Measurement of atmospheric pollen concentrations is inexact, yet pollen concentrations are universally reported without estimate of accuracy. These imprecise values are nevertheless used for modelling, forecasting and public health decision-making. Estimation of the variability in reported pollen concentrations would help resolve associations between weather and pollen aerobiology as well as associations between pollen exposure and health. For any given daily atmospheric pollen level, a statistical variability would be expected in the set of possible measures. This variability is introduced and compounded by many factors including human error, classification error or instrument variability, as well as variability derived from strategies used to count and scale the airborne pollen sample. Here, we performed numeric simulations of pollen deposition and modelled the variability in contemporary pollen density estimates. Statistical distribution of the mean and variance of these simulated counts was compared with an existing pollen count dataset. Both simulations and actual pollen data showed that a significant range of atmospheric pollen concentrations could be inferred from the same daily pollen collection. The range of possible concentrations varied both with the atmospheric pollen density and with the portion of the daily pollen sample that is counted. Furthermore, pollen concentration data were shown to be non-normal and heteroscedastic, which has implications for a variety of tests (e.g. ANOVA), for regression analysis, and for pollen forecasting and forecast verification. These results reinforce the importance of counting as much of the collected pollen impaction surface as feasible to minimise the uncertainty in reported pollen levels. The outcomes of this study suggest that confidence intervals for daily pollen concentrations should be reported.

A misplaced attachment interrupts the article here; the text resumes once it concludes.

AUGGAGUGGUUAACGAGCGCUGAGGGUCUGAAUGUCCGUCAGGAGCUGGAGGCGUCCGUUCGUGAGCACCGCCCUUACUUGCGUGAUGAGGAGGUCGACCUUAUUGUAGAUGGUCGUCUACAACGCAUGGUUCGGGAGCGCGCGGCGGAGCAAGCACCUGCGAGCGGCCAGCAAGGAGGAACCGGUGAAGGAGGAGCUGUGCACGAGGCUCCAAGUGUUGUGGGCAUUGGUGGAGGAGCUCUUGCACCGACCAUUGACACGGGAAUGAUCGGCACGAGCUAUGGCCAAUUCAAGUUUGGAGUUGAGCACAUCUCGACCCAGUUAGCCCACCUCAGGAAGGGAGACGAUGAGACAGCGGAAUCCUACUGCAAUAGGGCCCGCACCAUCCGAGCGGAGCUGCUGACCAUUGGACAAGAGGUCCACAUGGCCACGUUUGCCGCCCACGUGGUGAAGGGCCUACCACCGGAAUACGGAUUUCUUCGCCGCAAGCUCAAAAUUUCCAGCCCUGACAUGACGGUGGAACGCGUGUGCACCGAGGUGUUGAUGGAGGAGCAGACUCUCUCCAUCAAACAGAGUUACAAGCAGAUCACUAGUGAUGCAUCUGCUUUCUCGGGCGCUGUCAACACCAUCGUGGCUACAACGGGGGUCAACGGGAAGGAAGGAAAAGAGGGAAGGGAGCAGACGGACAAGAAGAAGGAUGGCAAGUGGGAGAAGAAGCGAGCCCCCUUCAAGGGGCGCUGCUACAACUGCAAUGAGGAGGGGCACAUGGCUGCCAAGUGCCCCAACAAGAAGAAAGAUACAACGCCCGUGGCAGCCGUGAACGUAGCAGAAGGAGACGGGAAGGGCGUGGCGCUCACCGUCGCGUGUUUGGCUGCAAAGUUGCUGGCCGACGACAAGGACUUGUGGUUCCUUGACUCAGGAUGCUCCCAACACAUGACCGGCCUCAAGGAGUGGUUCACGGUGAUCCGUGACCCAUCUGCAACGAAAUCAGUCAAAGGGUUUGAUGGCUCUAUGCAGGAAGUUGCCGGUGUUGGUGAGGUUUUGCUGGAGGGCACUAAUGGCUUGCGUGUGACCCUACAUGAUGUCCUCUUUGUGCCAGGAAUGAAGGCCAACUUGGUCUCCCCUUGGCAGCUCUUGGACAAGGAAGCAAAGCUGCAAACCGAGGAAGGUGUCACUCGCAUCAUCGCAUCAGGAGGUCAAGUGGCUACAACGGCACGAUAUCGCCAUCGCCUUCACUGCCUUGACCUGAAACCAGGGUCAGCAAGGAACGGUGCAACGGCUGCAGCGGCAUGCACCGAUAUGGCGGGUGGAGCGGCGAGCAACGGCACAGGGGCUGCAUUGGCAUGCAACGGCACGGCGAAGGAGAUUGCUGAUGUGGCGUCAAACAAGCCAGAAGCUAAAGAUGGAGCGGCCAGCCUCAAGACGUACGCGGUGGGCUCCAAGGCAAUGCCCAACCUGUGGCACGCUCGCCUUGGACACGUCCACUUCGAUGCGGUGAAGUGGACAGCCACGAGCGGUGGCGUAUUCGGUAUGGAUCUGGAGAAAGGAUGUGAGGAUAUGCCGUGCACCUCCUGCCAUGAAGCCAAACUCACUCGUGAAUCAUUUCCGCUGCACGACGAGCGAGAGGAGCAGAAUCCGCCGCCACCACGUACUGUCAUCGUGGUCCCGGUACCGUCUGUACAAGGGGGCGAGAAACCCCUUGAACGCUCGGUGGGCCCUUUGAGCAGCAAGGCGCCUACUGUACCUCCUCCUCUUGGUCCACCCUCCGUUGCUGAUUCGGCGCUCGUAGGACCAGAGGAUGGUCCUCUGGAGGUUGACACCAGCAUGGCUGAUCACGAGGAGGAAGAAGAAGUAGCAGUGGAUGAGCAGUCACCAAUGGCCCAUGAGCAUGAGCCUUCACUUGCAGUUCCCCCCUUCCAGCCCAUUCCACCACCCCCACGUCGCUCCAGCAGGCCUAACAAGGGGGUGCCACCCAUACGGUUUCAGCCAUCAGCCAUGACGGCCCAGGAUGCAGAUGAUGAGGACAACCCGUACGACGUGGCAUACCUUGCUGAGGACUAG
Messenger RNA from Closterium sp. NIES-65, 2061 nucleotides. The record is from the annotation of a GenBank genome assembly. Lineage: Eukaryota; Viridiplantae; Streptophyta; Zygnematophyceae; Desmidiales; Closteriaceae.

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We acknowledge Mrs Victoria Timbrell, Mr Marko Simunovic, Ms Divya Dwarakanath and Dr Andelija Milic (Queensland University of Technology) for providing access to QUT pollen counting data and Ms Rachel Yang and Ms Serine Lee for entry of daily hand recorded transect data. We acknowledge grant support from the Australian National Health and Medical Research Council AusPollen Partnership (GNT1116107) and the Australian Research Council Discovery Project (170101630). We thank the Queensland Department of Environment and Science of access to the Rocklea Air Quality Monitoring site and the team for support.
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Addison-Smith, B., Wraith, D. & Davies, J.M. Standardising pollen monitoring: quantifying confidence intervals for measurements of airborne pollen concentration. Aerobiologia 36, 605–615 (2020). https://doi.org/10.1007/s10453-020-09656-6
- Grass pollen
- Confidence interval